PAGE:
The hon. Gentleman obviously has all the necessary trappings to become a judge, as he is asking who Dannii Minogue is- [ Interruption. ] Perhaps he prefers another member of the panel or perhaps he does not know what the panel is.
It is a good idea, in some ways, to ensure that candidates have an appropriate level of knowledge. My hon. Friend the Member for North-West Norfolk said that the top barrister or solicitor who wants to be a judge will be bound to know the basic information about how the legislature works and how to apply cases, but if we are trying to widen the ambit for the lower judicial appointments, it may be that having a written test that anyone can take will bring in a few more people. Does the Minister think that it is worth the cost of what is potentially quite a bureaucratic exercise? Historically, one would have said that the sort of people who would be able to apply to become a judge-after years of experience in the law-would not need to do a written test. What is the aim of the test? Is it about modernity, or some basic level of knowledge? Is it about encouraging new applicants but ensuring that they can read and write?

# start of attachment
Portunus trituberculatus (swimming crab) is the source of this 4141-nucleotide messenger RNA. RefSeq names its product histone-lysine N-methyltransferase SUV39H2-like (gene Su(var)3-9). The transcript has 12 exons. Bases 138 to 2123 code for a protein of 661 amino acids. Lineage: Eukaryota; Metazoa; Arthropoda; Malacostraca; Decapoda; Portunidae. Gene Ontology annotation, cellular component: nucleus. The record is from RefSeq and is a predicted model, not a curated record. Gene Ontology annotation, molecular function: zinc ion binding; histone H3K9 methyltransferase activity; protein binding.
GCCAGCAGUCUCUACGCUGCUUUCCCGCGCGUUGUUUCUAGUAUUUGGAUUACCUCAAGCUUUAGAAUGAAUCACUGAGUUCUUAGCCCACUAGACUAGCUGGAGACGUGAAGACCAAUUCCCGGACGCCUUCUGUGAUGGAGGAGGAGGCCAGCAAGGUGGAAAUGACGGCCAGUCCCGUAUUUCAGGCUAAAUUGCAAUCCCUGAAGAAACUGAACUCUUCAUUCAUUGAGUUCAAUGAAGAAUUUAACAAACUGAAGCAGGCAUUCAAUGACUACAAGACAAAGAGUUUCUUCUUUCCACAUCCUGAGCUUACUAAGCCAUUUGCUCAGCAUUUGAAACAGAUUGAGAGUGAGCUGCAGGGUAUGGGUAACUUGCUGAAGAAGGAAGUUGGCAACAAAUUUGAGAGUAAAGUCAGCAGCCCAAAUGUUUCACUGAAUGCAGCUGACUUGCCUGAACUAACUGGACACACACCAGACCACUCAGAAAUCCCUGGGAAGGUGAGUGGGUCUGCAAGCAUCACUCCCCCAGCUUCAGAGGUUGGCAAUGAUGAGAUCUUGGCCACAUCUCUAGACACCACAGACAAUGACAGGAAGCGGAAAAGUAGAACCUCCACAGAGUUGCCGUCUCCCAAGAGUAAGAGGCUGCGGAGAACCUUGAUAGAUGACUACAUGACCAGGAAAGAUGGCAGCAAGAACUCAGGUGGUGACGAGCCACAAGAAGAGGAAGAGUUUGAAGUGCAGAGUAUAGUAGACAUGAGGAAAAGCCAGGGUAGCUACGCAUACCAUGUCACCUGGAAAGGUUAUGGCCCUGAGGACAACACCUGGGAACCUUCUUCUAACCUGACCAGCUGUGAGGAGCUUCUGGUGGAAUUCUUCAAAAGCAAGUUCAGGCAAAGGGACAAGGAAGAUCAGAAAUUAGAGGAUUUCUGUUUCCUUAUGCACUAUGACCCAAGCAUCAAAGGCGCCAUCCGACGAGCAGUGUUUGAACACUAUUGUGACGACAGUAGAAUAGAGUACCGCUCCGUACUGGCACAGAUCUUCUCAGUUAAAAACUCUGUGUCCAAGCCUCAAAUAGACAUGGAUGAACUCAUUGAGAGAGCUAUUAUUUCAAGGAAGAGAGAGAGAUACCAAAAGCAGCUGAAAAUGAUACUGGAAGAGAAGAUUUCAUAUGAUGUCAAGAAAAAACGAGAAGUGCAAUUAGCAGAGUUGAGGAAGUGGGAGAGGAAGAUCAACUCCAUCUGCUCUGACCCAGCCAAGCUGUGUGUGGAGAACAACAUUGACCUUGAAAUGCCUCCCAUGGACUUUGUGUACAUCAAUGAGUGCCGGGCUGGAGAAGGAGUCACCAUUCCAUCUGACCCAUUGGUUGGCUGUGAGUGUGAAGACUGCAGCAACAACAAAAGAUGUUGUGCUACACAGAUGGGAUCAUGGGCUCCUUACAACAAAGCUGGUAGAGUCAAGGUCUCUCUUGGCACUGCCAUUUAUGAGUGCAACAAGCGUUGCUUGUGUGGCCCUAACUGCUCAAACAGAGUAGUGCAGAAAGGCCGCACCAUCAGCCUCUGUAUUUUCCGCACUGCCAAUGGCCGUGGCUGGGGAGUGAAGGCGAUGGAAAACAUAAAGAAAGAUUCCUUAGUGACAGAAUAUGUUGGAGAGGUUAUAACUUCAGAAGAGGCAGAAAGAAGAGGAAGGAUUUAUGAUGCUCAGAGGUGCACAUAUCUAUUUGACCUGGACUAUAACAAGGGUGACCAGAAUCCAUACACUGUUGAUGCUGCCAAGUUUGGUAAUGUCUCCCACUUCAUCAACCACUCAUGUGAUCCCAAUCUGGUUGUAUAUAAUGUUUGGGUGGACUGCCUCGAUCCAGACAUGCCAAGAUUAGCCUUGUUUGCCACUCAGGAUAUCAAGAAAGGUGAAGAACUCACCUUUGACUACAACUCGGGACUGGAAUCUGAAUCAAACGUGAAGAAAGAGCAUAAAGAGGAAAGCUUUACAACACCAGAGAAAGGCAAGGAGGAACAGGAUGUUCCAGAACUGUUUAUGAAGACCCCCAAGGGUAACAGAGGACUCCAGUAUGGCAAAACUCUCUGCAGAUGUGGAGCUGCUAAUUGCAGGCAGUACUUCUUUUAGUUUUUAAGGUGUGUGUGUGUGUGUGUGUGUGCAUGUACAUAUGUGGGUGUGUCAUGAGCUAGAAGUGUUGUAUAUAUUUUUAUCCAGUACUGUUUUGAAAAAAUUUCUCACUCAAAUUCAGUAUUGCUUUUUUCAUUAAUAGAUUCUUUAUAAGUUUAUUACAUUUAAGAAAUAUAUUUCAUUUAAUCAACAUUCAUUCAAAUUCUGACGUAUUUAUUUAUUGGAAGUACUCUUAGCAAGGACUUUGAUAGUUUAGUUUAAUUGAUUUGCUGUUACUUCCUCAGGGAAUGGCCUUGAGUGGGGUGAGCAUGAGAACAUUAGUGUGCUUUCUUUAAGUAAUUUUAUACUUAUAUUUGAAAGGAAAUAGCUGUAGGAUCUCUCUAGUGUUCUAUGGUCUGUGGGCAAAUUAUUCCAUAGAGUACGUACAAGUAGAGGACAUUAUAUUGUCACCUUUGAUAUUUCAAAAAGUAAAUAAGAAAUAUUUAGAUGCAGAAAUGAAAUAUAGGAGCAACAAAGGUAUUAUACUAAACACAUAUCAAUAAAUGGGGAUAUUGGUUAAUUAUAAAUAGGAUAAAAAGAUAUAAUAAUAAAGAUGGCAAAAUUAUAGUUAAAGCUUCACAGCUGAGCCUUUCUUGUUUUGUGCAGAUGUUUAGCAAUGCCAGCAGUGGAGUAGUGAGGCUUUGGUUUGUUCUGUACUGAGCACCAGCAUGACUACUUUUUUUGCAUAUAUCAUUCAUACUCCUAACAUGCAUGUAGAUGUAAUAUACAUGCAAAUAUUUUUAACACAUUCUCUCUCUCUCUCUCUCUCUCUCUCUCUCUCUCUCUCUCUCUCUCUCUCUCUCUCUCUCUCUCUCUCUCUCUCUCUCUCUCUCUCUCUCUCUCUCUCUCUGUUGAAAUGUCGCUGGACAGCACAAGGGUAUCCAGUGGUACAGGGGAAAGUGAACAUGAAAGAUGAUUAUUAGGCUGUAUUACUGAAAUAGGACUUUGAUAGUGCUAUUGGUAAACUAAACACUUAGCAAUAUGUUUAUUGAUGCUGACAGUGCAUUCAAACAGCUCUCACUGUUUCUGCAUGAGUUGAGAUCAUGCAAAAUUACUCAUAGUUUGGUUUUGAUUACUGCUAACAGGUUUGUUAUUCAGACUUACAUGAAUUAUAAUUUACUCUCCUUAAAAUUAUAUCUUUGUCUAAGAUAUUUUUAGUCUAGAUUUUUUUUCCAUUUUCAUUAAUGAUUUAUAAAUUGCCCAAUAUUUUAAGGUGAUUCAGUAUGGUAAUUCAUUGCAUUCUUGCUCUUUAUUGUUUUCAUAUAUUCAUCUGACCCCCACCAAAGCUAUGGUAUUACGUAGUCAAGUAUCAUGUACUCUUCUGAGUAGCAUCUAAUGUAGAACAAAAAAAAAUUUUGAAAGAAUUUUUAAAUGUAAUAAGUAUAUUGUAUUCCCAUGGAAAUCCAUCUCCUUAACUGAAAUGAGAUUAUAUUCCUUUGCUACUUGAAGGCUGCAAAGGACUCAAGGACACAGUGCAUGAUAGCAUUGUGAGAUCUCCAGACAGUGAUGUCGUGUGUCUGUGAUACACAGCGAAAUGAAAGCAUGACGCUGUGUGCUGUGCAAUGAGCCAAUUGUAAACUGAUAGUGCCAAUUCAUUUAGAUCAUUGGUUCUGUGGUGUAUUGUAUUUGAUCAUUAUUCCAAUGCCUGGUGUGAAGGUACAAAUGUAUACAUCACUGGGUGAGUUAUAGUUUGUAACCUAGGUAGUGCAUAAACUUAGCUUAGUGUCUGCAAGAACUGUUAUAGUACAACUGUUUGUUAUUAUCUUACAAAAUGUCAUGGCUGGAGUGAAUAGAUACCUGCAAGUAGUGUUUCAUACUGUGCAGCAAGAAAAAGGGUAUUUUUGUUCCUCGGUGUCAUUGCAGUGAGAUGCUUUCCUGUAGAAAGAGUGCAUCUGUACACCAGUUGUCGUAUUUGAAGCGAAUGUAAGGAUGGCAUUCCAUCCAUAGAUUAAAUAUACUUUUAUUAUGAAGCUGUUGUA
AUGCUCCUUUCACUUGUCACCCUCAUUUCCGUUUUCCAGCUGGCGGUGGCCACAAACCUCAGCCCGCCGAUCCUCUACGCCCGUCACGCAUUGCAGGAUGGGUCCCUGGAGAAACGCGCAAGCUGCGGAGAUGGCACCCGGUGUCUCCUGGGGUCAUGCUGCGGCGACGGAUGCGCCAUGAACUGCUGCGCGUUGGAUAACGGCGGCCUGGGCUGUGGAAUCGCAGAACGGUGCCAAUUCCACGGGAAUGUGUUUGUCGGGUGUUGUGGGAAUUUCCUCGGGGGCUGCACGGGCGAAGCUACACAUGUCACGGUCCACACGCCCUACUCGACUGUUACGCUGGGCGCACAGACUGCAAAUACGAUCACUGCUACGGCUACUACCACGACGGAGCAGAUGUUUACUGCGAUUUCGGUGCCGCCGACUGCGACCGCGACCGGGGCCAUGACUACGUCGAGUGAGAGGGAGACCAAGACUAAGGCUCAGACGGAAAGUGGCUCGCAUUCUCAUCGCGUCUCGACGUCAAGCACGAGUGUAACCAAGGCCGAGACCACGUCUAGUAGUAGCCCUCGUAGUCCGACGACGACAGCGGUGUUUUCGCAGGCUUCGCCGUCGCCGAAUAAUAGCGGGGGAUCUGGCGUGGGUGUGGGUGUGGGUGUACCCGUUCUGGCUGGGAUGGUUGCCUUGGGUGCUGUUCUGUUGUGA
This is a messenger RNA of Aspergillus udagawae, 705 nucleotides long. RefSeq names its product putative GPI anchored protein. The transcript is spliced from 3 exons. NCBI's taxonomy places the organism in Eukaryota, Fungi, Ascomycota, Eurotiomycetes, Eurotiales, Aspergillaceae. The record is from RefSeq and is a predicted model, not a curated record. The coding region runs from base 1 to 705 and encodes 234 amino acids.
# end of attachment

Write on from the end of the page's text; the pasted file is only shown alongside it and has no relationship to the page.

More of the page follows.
In summary, I have great sympathy for new clause 20 and will be interested to hear the Minister's answers on new clause 22.
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